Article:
When people say like for me and for yours, and what most people say is, I'm just training really hard and that's why I'm tired. And yeah, you're right, but it's deeper than just a superficial tired that people complain about all the time. It's a biological thing. This episode of the Smarter Athlete podcast is brought to you by Solpri, Skincare for Athletes. Whether you're in the gym, on the mats, on the road or in the pool, we protect your skin so you're more comfortable in your own body. To learn more, go to solpri.com. JESSE: Today on this episode of the Smart Athlete podcast my guest is the winner of Ironman Maryland back in 2014. He also has a 70.3 win at Eagle Man under his belt in 2015. Somewhat more impressively and a little more mysterious, he worked on Wall Street for nearly a decade before leaving. So, we're going to talk about that. And I think just yesterday, graduated with your MBA from Temple. Is that correct? MATT: That's absolutely right. JESSE: All right. So, welcome to the show today, Matt Bach. MATT: Thank you. I’m excited to be on. JESSE: So, I will start with what I just talked about. So, you just graduated with your MBA from Temple yesterday. How was that alleviating, nervous about heading out with it done now? MATT: I'm really glad that it's done. And it's actually like, side note, it's not done. I still have, literally, I have another assignment due and I just graduated yesterday. How stupid is that? JESSE: But how does that work? MATT: Well, you know how at graduation, they don't actually give you your diploma, right? So, I'm guessing that the process for them is, we make sure that you successfully complete the course with the final assignment that's due next Wednesday, and then six to eight weeks later, they send you your actual diploma. So, I'm guessing they're going to like put a hold of my grade or hold on the diploma unless I submit this final assignment, and then they'll let the diploma go out in the mail. But yeah, I'm excited that I'm done with this. It was it's been about 20-21 months. And I did it at full bore, just wanted to get it done and it went really, really well and I learned a lot, so it was good. JESSE: So also like, how are you-- I mean, how are you juggling? So, you're doing your MBA, you've got a family, I assume you're still training to a greater or lesser degree and you have a job. So, for any sane person that seems like a lot. How do you manage all of that? MATT: Yeah. There's been a lot of prioritizing going on, especially the last six weeks because my MBA program was finishing up. And there's essentially like this culminating project called Capstone, that was pretty intense. And it was that on top of the fact that I have a wife and two kids, they’re one in two years old, they're Irish twins. We didn't mean it that way. And between that and the fact that I just started working at UCAN four months ago, there's a very, very steep learning curve there and really, really busy trying to get the business off the ground there. And between all those different things, training is now priority number five or whatever it might be on the list, maybe even six. So, I've literally done almost nothing for like, a month now, maybe even a month and a half. Like I went on a run the other day for 1.8 miles. 1.8 miles like nothing, right? I was dying. My lungs were burning, I was out of shape. JESSE: To me, it's always frustrating in surprising somehow, you take off, what seems like not that much time; a month in the spectrum of your life like a month isn't that long. But then yeah, you go out for that just what should be the easiest-- I mean, you want Iron Man, Maryland for Pete's sake. You've been in pretty good shape, and then you go out for not even two miles and it's like the hardest thing you've done it a long time. It’s always surprising how much it hurts. MATT: Exactly. The bottom line there is training works. JESSE: Right. And you have to keep up with it or it falls away fast. MATT: Yeah, I know it'll come back fast though. You can get back way faster to where you've been, than to try to chart new territory. JESSE: Right. Right. Yeah, it's almost like you've worn that grooving so it's easier to hop back in it versus carving out new material. MATT: Definitely. And I do plan on getting back into it a little bit. I don't know exactly how much yet, so I'm not going to disclose too much. But no Iron Man's on the plan, that's for sure. Not anytime soon. I did ?? 4:45> 70.3 last year, but I probably won't even do a half Ironman this year. I might do some like running or cycling events or a sprint or Olympic. But I'll be getting back into more shape. And I think at some point in my life, I will be going back to take a stab at a - podium slot. So, that didn't happen in 2015 so I feel like I have some unfinished business there. JESSE: Yeah. So obviously, that's your strong point but is it a matter of it’s your strong point and you enjoy that distance? Or do you enjoy the shorter distances, but you're like I’m better at the longer ones? MATT: I think it's really a combination. I think it's just the fact that I'm better at the longer stuff, that I kind of like the longer stuff. I wish that I could be-- I coached cross country and track and field for a while and I still am doing a bit of that right now. I'm advising the team at Montclair Kimberley Academy, a small private school in New Jersey, where I was coaching for a couple years after the late great Tom Fleming was coaching there. So, I was coaching them and one of the things that I noticed is, and it all happened through high school to; these sprinters that are born with just sprinting ability, they work hard. But endurance running, endurance training, is so much more grueling than sprinting training. So, I wish I was a sprinter with all this natural born talent to just run 100 meters really fast because I feel like that life is just so much more enjoyable and less grueling than some of the endurance training that needs to happen to be an Iron Man. JESSE: It always seemed like, obviously anecdotal because I wasn't a part of the training. I too, am not the best sprinter in the world. But it always seemed like when I watch the sprinters, it was like, they would do more drills than working out almost. Where it's like working on your starts, working on all the efficiency of your biomechanics versus all right, getting ready for 5K, and then like, one of my favorite sets would be like eight to 10 times a 1,000 meters. Obviously, you're putting in the work there for 15-16 minute race. MATT: Yeah, that's exactly it. Like how painful can drills be, right? But when you're like a deep in a 10 by 1K, your in suffering. JESSE: Yeah. Well, if you're doing it right. MATT: Right, exactly. JESSE: Yeah, if you're trying to get better. So, this is something I'm always curious about because I've talked to several people, - early in the week I did, recording with getting Chris Douglas, who he qualified for his pro-card, and he had other priorities to not do that. Obviously, you've qualified several times over several years ago. So, I'm wondering if you could share a little bit about kind of what happened to you or what decisions led to not moving forward with that? MATT: Yeah, it's a good question. Something I really debated for quite a while and I think a lot of amateurs kind of debate should I take the pro-card, should I not? And for me, the decision was I was trying to go pro. So, back in 2000-- After I won Ironman in Maryland 2014, in 2015 and then in 2016, I was really kind of taking a stab at it. And that the main portion for me was I was working in Wall Street, I was making good money and I needed to be able to support my family; my wife and my soon to be family with kids and everything and a mortgage in a nice area in New Jersey, in Summit, New Jersey. So, I had to make sure that I could make ends meet financially. And what most pros do is live on couches, and I'm not going to make my wife live on a couch so that I can pursue this dream. So, I needed to kind of make things a little more buttoned up before I jumped any sort of full time job to go give that a full time shot in pro triathlon. So, that was definitely one of the big barriers there was like one of the things for me is I'm if going to go pro, I'm going to really try to go pro, like be a pro, be a full-time make a living off of it kind of pro. And there's nothing against the other people out there, and there's tons of them that take the pro-card, and then they raced professionally. And I haven't considered doing that for a little bit. But ultimately came to that decision, like I just mentioned, like if I'm going to do it, I'm just going to completely do it. And I just never got to the point where financially, I could make ends meet. And then the other factor was, I ended up having a couple kids. And then the other factor was that I ended up getting injured in 2016. And in 2015, I discovered I had hormone issues from making some mistakes in my training and my fueling that caused some hormone issues like low testosterone. And then I also noticed that I had low bone density, which was a hip issue. So, I had in my-- It was actually in my hip, it was my femur, but my femoral neck had a small stress reaction in it. And I discovered that right after a Boston Marathon 2016, and then I ended up kind of being scared, and said, let's stop, I need to figure out what's going on. I'm here and try to get my bone density back. And so that was kind of a process to get my hormone levels back and then my bone density back to some degree that never really comes fully back. And so all of that combined kind of just made it -- And then I went back to business school, like all these things kind of just happened at around the same time that all of it just led to this decision like I'm not going to make a stab at going pro. And instead, let's go back to refocus my efforts on family, going back to school, making this transition from Wall Street to something else. At the time, I didn't know what it would be. We can go into what that turned out to be in a moment. JESSE: So, with the issue, was that like a pre-stress fracture? Can you explain more about what that was specifically? MATT: Yeah. Yeah, exactly. So, it's a stress reaction is essentially what you just said, a pre-stress fracture. So, the Boston Marathon, I ended up running 10 miles of that race, I didn't run the whole thing. And I think if I ran the whole thing, I'm almost certain I would have had a stress fracture, by end of it. And it's in a very bad spot. It's on a point of, I think it's called a point of compression. I forgot what it is exactly, but it's on my femoral neck, it's the more dangerous side of the femoral neck. And if I had a stress fracture there, I would have probably been in like a full like cast or a wheelchair or crutches for like probably six months or something. So, it would have been really, really bad. So, I decided even beforehand, I didn't know I had a stress reaction, I just thought I had some hip impingement or something and some inflammation. So, I knew I could run 10 miles of the Boston Marathon without having too many issues from it. So, I did that and I just ran with a buddy and buddy's name is ?? 11:36>. And I ran with him for like 10 miles at six minute pace alongside him and just cut it at that point. I just hopped on the subway. And it's good I did because I would have been in really, really bad shape after that. JESSE: So, I was kind of curious about like pain management. So, I had a pre-stress fracture in one of my shins during college and ran several races. I mean, I remember running 5K indoor conference. And starting out, not too much, but I was in a serious amount of pain by the end of the race. It was short enough that I finished it. It wasn't like I went out and ran 10 miles. But I mean, like what kind of discomfort are you going through in that 10 mile period? Is it just like a normal ache and pain or is it building? MATT: It was kind of just an ache and you're a high level athlete like you know that when you start racing, especially when you're racing, like you've got a lot of endorphins flowing through your system, and a lot of things that are kind of stopping that pain from being there. So, during that time, my level of discomfort was like a three, it didn't really-- like I could definitely have completed the marathon. But I'm almost positive that if I either by the end of the race or maybe several hours later, I would have been in a bad, bad place. And you're also again, a high level athlete so your pain tolerance is probably way better than your average person like mine is. I've got pretty good pain tolerance, I think it’s through all these years of suffering. JESSE: Yeah. Well, to me, it's almost like there are certain kind of pains like, if I stub my toe like that affects me more than if we're going to go out and run like threshold like a threshold intervals or something on the track. That kind of stuff is almost more just like a gauge, rather than pain you know what I mean? It’s like almost disassociated at this point. MATT: Yeah, you're using that like perceived effort as a right level of suffering. It's almost more like, like people use the word pain a lot. But to me, it's almost more discomfort than it is pain. JESSE: Right. Unfortunately, the English language is a little bit stunted in this area, maybe Germans better, they've got so many words for everything. But there's different kinds of pain. And so when you go to the doctor and trying to diagnose something, they'll say things like, is it burning, is it shooting, is it stabbing and that they'll try to describe these kinds of pain. So, I feel like using the word pain is almost obtuse when you're trying to describe the experience you're going through running versus getting punched in the face or something, it's a very different experience. MATT: Yeah, totally. Yeah. JESSE: So you have low bone density and I think I read your blog where you were diagnosed with osteoporosis. Is that correct? MATT: Yeah. So I mean, people have different measures of osteoporosis, I think the different Institute's that are out there either use negative 2 or negative 2.5. So, I had negative 2.0. So, according to some I don't, I never did, I only had osteopenia. According to some I was right on the border of having osteoporosis, which is that was like a huge wake up call for me. And like I said, that's one of the reasons why I was like hey, I need to pull the cord here and not cause myself any sort of long term damage that's going to affect the rest of my life. Especially when I'm 60-70 years old, I don't want to be in a wheelchair or something because my bones can't support me. So, I needed to make sure that I wasn't doing myself any more harm. But since then, my negative two has gone up to about a negative 1.6, negative 1.7, and that's partly because my hormones just came back, I was able to naturally restore my testosterone levels. And it's partly because I was only 29-30 years old at the time, and that's sort of on the tail end, but still in the range where you're building bone. Now, that I'm 32 I'm not probably not building bone really anymore. So whatever I've got, I've got and this is enough for me to be able to run 30 or 40 miles a week, I don't know if I can run 40, 50, 60 miles a week, given my bone density now. I haven't been able to test that yet. JESSE: I want to get to the testosterone stuff here in a minute. But would you to kind of like improve your health and then improve that, I’ll say bone density score and the actual bone density. I mean, are you just taking rest, are you taking supplements like what changes to kind of move you forward in a positive direction? MATT: The area is not that well known. Now, most people don't know, even doctors. I met with an endocrinologist who had no idea that endurance training could be linked to low testosterone. And it's something that people should be aware of, because if you're overtraining, that's what it could cause and most people don't end up having their testosterone levels measured so they have no idea. And the symptoms are you feel tired and you have low libido, and maybe have sleep disturbances, maybe you're moody. But the symptoms that people experience are a little different depending on who you are, and how bad it is. But if you're noticing any of those things in yourself, go get your testosterone levels checked. It's covered by insurance, you just need to explain what's going on, tell your doctor what you suspect might be happening. Nine times out of 10 they're going to be like, oh, sure, okay, yeah, let's have a some blood work done and we'll run your testosterone levels. And if it comes back and you're at like 100 total testosterone, boom, you've got your answer for why you're so chronically fatigued, why you have low libido, and all these things. When people say like for me and for you, and what most people say is, I'm just training really hard. And that's why I'm tired. And yeah, you're right but it's deeper than just a superficial tired that people complain about all the time. It's a biological thing when you end up with the low testosterone, that you're chronically fatigued for a biological reason. And you have low libido. And for me, I mean, none of this is too personal or not, but I didn't want to have sex for weeks. Weeks on end, I didn’t, no desire. And that was really strange because I was 29 years old. I was like that is not how it's supposed to be. So, that to me was like one of the triggers saying, I need to get this thing looked into. And Cody Beals, the pro triathlete, he's written about that on his blog. And he was the one, by reading his blog, that kind tipped me off to this idea that maybe I should be looking into this. So, the things that kind of help it when I was trying to reverse it, bringing back that balance, so one of the biggest piece is, is the nutritional side of things. And I was, I was just taking in too few calories. I was eating probably like, three to 4,000 calories a day, maybe. But it just wasn't enough given how much I was doing. I was doing a lot of training at the time and it just wasn't enough to support what I was actually doing. So, if you're running at like a 750 calorie deficit or more per day, then you can end up into some real trouble with your hormones. That's one piece of it. The other piece is that endurance training, in general, just does affect your testosterone levels and the average testosterone level in the studies for endurance athletes, like ultra marathoners, marathoners, Ironman athletes, tends to be, I think it's something like one or 200 total testosterone less than your average person. Just to give some perspective, like you got 300 to 1000 is typically approximately the range that they use for normal and I was at 150 at one point. And Ryan Hall was at like, five like, he was almost nothing. The average for somebody my age at 29 is about 600. It was like I said, I was at 150. And people tend to experience symptoms when it gets below or around 300. And after I started naturally just restoring balance in my life and using some natural supplements like I was taking vitamin D, omega threes, zinc, a handful of natural supplements like that; I was able to restore my testosterone levels and just using time, right and a better like training balance and nutrition balance, adding some body fat to myself. I was able to get back up to the point of around three or 400 within two or three months. And then I was able to get back up to around 600 after I guess it was probably about eight months or a year. And now last I checked it was like high 600. So, perfectly normal again, but it was kind of scary. Go to Episode 2 Go to Episode 3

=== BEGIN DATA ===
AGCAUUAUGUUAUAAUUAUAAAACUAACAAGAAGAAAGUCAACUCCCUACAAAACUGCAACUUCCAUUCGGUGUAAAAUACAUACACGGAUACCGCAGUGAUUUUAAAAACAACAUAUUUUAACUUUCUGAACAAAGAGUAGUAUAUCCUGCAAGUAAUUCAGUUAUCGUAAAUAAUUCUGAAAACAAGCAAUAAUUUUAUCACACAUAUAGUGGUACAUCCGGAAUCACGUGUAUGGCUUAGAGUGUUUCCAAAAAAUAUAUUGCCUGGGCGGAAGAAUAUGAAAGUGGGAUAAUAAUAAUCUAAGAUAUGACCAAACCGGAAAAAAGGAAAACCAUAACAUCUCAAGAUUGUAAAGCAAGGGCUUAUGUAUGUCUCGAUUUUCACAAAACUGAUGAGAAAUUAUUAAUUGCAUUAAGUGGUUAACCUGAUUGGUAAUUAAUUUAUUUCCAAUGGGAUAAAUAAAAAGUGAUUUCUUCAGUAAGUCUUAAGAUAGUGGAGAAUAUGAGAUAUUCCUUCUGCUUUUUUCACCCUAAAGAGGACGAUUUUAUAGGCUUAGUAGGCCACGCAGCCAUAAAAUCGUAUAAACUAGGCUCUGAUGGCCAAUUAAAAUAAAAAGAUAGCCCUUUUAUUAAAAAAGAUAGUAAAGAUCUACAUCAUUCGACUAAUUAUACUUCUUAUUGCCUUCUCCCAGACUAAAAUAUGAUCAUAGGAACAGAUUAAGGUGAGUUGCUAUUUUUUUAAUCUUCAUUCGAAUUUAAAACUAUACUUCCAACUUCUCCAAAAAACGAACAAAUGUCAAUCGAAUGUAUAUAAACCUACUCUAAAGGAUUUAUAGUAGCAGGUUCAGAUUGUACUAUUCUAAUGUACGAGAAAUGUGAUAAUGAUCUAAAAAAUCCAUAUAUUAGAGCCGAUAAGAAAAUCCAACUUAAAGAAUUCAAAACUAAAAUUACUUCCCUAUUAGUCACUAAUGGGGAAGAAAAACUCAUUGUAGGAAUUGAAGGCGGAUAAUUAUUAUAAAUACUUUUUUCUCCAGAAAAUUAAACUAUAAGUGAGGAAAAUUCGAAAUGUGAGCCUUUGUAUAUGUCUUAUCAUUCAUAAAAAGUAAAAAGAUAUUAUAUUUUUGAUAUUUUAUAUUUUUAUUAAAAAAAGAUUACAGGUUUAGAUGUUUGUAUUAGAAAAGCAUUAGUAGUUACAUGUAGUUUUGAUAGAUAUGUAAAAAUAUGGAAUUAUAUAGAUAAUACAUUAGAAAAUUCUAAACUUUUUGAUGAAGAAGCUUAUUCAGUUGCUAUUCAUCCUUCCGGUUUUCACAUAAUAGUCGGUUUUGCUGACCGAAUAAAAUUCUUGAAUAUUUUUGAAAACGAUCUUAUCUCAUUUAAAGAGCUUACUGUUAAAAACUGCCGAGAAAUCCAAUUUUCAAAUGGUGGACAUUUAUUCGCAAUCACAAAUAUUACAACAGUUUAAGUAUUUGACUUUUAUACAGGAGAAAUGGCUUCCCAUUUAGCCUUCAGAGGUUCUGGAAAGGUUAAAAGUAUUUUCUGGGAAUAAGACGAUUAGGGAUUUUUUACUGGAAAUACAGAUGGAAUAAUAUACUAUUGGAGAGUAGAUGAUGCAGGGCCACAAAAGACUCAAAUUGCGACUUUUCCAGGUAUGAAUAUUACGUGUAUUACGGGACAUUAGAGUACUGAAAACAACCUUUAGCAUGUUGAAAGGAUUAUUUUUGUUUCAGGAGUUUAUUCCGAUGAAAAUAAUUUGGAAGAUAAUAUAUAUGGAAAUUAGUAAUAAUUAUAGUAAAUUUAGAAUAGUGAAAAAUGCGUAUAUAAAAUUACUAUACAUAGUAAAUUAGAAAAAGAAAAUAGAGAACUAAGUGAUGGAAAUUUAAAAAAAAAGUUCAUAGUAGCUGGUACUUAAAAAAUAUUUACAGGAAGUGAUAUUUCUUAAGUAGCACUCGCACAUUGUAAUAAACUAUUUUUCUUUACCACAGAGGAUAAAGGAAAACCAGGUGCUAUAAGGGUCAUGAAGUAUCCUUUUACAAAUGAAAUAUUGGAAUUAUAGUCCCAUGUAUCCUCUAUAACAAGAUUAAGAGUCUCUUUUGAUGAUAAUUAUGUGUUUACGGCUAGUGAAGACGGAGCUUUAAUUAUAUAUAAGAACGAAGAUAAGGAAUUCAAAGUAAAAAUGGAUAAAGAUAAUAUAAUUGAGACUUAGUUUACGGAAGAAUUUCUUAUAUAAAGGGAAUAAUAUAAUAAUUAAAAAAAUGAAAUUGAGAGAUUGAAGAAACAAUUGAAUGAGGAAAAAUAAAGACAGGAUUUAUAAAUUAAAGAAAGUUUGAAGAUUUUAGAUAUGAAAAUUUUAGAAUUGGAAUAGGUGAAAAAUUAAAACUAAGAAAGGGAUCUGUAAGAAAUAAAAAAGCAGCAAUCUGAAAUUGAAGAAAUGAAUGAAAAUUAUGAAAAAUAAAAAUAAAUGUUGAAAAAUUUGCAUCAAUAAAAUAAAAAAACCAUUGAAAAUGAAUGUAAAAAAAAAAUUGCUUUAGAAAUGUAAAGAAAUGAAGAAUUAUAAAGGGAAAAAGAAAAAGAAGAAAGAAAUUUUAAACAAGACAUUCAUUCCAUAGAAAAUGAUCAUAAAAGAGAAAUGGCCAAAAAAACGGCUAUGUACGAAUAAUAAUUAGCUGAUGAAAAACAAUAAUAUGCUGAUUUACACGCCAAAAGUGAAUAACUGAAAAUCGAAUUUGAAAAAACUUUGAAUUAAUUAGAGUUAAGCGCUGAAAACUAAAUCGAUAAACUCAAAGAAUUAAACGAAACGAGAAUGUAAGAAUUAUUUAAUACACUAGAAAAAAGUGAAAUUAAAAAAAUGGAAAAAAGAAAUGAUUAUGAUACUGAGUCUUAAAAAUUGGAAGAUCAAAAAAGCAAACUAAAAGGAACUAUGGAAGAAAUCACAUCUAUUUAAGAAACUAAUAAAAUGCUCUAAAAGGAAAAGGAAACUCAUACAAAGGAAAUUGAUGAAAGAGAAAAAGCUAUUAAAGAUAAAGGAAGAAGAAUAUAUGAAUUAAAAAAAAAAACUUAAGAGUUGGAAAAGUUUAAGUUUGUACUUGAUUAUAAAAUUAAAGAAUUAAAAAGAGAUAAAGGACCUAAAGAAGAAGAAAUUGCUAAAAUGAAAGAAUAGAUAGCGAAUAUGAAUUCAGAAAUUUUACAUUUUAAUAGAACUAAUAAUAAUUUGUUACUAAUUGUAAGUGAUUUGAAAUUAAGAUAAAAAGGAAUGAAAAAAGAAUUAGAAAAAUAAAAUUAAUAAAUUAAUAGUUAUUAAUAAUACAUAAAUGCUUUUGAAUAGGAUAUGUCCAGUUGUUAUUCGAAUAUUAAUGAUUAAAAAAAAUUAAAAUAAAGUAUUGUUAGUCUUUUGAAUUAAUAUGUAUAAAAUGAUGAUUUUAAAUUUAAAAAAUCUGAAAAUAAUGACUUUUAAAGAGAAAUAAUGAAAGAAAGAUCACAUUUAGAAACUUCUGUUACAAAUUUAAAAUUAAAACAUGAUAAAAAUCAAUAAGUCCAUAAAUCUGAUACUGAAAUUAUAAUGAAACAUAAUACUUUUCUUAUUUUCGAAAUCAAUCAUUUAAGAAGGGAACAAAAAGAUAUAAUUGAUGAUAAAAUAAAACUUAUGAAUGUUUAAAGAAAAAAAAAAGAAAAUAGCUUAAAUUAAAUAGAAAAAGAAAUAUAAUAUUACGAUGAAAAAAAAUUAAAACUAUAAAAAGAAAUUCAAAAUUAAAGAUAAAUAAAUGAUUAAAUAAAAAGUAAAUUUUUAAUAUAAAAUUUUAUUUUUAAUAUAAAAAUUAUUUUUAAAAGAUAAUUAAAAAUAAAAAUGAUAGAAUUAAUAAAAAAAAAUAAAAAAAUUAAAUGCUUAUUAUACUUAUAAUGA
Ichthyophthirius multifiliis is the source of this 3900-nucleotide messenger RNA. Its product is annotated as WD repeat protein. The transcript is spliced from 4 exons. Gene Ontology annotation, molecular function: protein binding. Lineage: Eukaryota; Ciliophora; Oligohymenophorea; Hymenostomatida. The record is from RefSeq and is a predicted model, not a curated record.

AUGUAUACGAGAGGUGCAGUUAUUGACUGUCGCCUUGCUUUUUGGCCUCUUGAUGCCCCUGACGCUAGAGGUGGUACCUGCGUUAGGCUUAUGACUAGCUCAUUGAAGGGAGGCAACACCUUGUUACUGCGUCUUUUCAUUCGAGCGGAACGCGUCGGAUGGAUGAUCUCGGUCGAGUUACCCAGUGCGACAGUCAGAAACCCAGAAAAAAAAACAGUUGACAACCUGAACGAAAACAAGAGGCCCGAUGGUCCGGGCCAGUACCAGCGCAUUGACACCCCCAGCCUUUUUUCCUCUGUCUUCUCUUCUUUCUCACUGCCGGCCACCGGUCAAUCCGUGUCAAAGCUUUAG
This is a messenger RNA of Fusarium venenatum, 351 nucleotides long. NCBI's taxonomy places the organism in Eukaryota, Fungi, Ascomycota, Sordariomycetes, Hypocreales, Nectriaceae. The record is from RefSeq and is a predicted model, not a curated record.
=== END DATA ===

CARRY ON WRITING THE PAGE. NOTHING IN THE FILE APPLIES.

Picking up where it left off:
Smart Athlete Podcast Ep. 7 - Matt Bach - HEALTH BEFORE FITNESS - Part 1 of 3
When people say like for me and for yours, and what most people say is, I'm just training really hard and that's why I'm tired. And yeah, you're right, but it's deeper than just a superficial tired that people complain about all the time. It's a biological thing.